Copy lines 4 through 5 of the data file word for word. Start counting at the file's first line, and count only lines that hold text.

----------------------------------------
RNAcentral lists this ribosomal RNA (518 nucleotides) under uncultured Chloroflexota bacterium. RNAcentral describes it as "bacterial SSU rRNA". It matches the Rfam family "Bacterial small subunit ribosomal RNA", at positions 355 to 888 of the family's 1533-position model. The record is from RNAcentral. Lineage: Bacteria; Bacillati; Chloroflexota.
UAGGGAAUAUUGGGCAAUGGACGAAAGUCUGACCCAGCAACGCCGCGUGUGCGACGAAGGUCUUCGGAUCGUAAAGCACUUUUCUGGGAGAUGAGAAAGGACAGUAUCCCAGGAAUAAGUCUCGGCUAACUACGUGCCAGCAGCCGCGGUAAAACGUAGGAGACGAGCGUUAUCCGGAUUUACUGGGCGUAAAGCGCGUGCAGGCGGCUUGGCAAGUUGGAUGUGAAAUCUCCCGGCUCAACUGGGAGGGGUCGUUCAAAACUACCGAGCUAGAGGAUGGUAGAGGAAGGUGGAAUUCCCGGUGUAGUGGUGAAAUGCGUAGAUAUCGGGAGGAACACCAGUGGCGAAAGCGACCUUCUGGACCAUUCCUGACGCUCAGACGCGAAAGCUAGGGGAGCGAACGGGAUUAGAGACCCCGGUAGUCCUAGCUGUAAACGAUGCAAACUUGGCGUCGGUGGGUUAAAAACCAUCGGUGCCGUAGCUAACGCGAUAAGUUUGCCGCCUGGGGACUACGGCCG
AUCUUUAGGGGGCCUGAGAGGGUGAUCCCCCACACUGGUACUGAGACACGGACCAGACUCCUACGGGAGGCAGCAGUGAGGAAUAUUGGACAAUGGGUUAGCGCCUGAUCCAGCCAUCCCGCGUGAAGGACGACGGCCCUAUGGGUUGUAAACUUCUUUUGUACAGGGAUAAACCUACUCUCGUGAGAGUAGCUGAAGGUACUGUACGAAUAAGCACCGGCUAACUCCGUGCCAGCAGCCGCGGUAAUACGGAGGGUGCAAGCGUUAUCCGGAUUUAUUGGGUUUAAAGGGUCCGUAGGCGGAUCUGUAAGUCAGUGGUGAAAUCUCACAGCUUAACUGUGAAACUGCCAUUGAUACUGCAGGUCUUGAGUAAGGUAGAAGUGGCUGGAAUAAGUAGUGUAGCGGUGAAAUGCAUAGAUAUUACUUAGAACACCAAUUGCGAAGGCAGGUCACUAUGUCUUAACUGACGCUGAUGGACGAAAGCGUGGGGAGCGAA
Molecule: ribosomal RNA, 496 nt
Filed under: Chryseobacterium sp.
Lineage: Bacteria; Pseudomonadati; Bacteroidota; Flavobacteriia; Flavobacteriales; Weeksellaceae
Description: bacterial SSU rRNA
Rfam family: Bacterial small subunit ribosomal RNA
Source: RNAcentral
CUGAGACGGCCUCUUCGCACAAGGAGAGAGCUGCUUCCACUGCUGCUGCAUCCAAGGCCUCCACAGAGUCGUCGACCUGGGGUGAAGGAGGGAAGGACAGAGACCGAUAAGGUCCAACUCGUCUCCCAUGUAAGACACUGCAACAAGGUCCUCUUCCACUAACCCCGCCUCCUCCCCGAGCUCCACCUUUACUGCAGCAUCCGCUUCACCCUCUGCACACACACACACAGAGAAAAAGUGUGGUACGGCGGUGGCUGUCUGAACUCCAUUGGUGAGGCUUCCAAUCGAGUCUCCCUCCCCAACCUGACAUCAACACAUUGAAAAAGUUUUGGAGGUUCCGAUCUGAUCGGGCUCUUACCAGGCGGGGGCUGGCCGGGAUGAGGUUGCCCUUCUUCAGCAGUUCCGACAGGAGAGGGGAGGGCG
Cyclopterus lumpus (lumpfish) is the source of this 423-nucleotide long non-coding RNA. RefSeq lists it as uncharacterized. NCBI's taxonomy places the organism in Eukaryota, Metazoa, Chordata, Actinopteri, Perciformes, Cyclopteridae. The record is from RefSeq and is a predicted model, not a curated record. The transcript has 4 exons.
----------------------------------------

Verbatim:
Molecule: ribosomal RNA, 496 nt
Filed under: Chryseobacterium sp.